Have open application programming interfaces (APIs). There is an inability to monitor and manage APIs on many levels. Customers cannot see where their data resides at their cloud provider, and more importantly, there is no application or service management layer to gain visibility into the performance and management of the application.
There has to be a management layer so customers can see what and where their assets are for the cloud, what systems are used by which applications. Just think of the cloud as your own data center.
Create fair licensing schemes. Enterprises should be pushing cloud providers to move away from licensing based on physical hardware and compute resources to licenses based on virtual CPUs, managed or installed instances and user seats.
Which brings up another significant what-if: What happens to your data in a legal entanglement?
What if you miss paying a bill, or decide not to pay a bill for various reasons, like dissatisfaction with the service? Do you lose your data? Is access to your data put on hold?
There are a lot of questions as to who ultimately owns the data for e-discovery purposes, or if you decide to switch providers. Will you have to start all over if you didn’t put the code in escrow, for example?
Cloud computing touts many benefits, but Burton experts at the show said enterprises need to be aware of the what-ifs: What does this really mean for my bottom line, how do I govern this, who really has access to my data and what do the cloud computing providers really have to offer?

Introduction to Security as a Service

The mission statement of the Cloud Security Alliance is “… a non-profit organization formed to promote the use of best practices for providing security assurance within Cloud Computing, and provide education on the uses of Cloud Computing to help secure all other forms of computing.” In order to provide greater focus on the second part of our mission statement, the CSA is embarking on a new research project to provide greater clarity on the area of Security as a Service. A whitepaper will be produced as a result of this research, which will also be considered to be a candidate new domain for version 3 of the CSA guidance.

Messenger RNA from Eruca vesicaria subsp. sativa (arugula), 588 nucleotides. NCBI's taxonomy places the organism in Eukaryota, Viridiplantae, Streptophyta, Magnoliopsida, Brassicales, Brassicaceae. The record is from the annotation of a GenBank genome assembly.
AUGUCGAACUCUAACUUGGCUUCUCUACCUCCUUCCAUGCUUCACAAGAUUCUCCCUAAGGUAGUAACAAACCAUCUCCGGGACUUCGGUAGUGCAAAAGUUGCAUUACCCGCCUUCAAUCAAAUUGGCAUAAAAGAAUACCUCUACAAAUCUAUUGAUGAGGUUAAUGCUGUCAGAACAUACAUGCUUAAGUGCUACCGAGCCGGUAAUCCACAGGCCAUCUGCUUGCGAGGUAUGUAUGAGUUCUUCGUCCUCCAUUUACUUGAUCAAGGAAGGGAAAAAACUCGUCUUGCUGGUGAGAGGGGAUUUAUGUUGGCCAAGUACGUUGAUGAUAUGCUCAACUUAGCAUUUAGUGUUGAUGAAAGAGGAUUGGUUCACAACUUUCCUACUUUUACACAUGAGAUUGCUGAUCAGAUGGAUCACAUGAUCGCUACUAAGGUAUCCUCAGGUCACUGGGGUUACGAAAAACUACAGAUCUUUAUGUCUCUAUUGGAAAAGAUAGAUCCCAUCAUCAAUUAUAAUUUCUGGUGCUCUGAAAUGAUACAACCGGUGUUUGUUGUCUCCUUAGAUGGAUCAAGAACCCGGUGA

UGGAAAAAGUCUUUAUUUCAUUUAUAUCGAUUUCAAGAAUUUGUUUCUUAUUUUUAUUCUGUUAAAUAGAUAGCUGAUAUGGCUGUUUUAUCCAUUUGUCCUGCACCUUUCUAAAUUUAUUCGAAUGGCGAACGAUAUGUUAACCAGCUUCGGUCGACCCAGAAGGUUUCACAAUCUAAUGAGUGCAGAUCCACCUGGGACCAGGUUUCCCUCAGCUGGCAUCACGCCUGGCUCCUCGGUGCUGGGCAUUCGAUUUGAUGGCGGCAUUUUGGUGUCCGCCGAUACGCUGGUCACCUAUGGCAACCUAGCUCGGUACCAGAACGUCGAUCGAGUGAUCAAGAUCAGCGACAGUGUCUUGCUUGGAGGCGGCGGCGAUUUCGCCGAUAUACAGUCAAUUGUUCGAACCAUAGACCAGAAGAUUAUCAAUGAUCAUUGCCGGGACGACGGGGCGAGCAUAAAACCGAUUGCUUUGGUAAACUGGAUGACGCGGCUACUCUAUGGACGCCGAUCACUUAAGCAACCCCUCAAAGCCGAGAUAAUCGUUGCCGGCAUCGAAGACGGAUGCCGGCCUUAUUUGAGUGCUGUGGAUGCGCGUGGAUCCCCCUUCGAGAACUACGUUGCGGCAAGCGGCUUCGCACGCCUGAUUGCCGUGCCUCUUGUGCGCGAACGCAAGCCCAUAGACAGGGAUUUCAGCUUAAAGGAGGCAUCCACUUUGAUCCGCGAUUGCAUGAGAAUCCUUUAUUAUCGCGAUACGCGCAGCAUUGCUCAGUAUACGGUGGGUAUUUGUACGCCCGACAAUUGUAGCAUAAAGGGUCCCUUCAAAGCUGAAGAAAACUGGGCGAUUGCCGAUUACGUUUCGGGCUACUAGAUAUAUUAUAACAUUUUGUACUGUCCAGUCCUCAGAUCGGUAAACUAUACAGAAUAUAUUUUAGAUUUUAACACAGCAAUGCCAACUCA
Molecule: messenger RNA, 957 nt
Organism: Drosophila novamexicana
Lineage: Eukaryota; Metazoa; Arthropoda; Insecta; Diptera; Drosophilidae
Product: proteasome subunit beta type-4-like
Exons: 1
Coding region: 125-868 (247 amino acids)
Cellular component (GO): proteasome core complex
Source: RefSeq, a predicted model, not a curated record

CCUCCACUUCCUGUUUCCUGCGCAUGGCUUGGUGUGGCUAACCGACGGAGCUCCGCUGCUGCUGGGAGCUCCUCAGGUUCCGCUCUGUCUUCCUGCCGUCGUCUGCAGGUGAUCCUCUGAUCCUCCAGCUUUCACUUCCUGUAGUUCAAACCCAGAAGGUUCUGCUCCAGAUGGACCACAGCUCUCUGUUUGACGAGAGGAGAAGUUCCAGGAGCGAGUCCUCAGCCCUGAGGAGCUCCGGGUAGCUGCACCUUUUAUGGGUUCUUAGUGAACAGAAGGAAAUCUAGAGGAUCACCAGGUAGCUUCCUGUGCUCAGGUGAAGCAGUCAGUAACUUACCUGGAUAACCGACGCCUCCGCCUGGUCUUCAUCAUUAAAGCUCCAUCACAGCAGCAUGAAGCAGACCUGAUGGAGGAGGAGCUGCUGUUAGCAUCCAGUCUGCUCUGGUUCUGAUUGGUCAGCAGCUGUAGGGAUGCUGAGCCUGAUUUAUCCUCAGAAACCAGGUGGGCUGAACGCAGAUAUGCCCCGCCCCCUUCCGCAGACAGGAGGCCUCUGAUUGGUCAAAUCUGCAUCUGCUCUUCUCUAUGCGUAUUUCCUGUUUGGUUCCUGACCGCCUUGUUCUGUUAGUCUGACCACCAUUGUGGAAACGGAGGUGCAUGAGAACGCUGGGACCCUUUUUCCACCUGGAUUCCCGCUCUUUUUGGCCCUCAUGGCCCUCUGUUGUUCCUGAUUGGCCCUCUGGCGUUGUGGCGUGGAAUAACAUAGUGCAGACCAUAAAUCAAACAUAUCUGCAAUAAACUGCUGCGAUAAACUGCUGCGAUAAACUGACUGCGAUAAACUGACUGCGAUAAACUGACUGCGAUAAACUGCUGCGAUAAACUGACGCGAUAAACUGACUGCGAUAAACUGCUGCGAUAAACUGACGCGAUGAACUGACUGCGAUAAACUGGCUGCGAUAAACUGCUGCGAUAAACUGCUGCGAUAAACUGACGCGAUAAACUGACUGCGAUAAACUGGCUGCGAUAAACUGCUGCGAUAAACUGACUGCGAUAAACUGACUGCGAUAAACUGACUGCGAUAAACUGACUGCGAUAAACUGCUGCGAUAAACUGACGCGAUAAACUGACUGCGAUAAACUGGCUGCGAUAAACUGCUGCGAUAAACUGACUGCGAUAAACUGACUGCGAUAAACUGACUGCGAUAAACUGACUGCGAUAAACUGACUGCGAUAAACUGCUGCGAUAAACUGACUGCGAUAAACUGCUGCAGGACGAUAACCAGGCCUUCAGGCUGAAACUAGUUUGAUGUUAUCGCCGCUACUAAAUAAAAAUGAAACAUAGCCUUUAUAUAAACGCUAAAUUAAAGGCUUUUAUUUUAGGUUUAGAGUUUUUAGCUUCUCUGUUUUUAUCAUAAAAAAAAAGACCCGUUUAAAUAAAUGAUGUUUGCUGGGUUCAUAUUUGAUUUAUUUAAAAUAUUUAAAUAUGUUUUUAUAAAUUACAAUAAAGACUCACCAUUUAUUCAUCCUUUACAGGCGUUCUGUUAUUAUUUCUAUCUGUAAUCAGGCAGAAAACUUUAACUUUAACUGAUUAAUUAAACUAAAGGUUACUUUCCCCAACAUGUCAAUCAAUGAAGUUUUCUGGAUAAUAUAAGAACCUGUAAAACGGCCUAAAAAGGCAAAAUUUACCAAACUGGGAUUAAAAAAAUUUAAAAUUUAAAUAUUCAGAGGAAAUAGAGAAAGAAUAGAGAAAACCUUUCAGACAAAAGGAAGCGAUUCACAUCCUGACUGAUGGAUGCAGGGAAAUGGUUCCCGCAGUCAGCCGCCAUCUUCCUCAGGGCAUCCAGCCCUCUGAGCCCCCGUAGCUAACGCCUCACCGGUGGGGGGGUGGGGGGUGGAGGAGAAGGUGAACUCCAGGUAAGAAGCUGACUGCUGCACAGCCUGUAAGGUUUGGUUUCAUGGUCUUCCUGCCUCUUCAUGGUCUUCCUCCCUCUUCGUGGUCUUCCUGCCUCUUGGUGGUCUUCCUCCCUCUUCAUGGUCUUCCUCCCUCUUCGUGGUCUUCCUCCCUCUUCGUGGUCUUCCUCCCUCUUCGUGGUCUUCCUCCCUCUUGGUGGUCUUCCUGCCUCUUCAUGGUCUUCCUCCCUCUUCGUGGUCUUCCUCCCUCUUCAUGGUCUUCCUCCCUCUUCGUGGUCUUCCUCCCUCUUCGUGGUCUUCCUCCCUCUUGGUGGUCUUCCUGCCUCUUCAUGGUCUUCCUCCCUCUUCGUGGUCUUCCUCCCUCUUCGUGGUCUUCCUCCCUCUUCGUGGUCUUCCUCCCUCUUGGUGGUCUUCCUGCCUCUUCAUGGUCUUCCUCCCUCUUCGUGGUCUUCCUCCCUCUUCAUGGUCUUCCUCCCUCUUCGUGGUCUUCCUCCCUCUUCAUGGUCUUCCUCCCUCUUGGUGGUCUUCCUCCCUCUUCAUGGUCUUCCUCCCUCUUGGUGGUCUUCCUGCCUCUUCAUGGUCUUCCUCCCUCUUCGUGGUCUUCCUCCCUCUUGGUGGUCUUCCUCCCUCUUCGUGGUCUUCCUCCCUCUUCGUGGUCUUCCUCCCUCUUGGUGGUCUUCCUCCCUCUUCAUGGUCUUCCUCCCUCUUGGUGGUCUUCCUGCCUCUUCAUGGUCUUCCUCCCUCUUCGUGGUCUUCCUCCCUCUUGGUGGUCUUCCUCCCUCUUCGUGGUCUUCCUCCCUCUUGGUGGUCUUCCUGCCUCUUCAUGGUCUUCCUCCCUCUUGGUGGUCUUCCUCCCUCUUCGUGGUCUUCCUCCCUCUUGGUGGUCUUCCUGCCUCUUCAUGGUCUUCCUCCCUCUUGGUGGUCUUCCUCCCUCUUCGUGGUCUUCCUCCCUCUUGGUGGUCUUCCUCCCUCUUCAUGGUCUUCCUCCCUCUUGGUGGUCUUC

Numerous security vendors are now leveraging cloud based models to deliver security solutions. This shift has occurred for a variety of reasons including greater economies of scale and streamlined delivery mechanisms. Regardless of the motivations for offering such services, consumers are now faced with evaluating security solutions which do not run on premises. Consumers need to understand the unique nature of cloud delivered security offerings so that they are in a position to evaluate the offerings and to understand if they will meet their needs.
The purpose of this research will be to identify consensus definitions of what Security as a Service means, to categorize the different types of Security as a Service and to provide guidance to organizations on reasonable implementation practices. Other research purposes will be identified by the working group.

[PDF Paper]